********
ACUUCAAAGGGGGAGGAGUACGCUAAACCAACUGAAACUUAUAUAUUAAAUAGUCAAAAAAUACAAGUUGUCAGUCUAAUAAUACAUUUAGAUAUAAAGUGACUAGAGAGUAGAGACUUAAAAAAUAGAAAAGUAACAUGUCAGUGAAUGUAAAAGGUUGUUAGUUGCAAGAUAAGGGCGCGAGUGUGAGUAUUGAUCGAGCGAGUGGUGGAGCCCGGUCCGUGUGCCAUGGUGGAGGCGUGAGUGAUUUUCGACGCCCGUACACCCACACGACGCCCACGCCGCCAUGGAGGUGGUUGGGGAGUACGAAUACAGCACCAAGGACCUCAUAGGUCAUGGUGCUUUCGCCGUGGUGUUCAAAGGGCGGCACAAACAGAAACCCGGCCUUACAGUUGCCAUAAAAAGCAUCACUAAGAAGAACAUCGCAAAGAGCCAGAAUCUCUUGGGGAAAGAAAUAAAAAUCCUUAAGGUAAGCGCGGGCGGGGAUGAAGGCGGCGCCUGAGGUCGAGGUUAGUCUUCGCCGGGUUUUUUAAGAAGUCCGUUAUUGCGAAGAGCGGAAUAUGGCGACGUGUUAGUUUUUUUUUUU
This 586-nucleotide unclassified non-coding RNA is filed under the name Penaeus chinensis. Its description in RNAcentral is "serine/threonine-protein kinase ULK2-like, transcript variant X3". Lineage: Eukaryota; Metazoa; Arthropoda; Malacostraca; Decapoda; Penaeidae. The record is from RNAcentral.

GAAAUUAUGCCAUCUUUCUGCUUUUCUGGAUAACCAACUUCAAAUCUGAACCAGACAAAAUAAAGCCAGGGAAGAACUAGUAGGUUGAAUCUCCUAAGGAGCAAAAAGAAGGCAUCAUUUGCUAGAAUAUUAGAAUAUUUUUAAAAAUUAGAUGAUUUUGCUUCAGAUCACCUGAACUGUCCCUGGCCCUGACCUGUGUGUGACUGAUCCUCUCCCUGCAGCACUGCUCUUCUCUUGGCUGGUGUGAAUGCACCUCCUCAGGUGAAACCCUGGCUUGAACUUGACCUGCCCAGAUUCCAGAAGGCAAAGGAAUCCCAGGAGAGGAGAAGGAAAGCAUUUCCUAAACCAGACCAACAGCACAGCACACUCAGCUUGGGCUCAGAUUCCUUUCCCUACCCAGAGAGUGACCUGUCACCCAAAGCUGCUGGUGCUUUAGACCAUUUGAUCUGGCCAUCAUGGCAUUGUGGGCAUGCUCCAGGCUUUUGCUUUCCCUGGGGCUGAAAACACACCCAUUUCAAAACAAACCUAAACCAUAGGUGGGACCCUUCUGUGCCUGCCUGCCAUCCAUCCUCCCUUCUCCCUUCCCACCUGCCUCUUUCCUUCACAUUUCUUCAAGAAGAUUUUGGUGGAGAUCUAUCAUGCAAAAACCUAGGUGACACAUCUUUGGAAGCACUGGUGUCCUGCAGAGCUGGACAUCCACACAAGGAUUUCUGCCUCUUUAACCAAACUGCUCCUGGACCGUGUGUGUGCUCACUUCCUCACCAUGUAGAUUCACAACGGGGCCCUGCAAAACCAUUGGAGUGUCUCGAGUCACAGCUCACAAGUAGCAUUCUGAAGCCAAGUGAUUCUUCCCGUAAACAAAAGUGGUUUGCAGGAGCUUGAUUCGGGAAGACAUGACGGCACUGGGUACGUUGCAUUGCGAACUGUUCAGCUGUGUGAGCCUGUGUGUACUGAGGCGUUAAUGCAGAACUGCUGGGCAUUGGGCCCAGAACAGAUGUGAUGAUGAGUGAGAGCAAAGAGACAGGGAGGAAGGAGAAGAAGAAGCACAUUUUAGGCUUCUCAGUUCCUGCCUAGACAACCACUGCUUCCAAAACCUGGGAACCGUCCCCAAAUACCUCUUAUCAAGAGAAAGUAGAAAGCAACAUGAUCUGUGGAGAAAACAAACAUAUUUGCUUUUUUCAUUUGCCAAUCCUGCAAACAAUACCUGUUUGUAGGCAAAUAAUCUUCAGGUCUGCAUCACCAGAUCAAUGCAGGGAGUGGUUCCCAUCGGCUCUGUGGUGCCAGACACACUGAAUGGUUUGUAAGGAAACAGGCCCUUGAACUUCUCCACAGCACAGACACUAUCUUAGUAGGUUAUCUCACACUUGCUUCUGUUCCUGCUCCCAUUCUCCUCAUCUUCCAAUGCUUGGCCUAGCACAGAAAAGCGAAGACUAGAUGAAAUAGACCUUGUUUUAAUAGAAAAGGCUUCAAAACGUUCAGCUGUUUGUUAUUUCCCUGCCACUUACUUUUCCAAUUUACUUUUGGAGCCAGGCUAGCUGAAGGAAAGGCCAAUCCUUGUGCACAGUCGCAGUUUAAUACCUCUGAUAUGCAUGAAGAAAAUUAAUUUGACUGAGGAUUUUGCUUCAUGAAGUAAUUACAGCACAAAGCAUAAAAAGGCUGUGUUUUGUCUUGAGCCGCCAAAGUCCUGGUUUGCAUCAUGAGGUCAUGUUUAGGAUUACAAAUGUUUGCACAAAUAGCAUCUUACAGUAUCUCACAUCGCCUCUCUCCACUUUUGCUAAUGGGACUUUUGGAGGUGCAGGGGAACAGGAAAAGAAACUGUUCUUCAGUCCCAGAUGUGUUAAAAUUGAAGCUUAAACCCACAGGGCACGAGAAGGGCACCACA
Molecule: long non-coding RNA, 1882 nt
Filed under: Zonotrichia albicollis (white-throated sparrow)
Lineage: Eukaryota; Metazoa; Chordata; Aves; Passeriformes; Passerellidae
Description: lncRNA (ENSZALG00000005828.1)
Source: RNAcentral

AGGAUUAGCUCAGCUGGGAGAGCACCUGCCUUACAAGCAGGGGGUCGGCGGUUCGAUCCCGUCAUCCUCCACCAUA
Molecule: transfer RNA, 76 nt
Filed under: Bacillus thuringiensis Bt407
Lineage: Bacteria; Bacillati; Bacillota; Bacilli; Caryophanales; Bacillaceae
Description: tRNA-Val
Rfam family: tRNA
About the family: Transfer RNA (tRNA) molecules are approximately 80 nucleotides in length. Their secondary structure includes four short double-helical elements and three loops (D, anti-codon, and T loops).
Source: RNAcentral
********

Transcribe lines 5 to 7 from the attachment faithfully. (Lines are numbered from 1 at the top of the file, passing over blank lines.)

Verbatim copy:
Filed under: Zonotrichia albicollis (white-throated sparrow)
Lineage: Eukaryota; Metazoa; Chordata; Aves; Passeriformes; Passerellidae
Description: lncRNA (ENSZALG00000005828.1)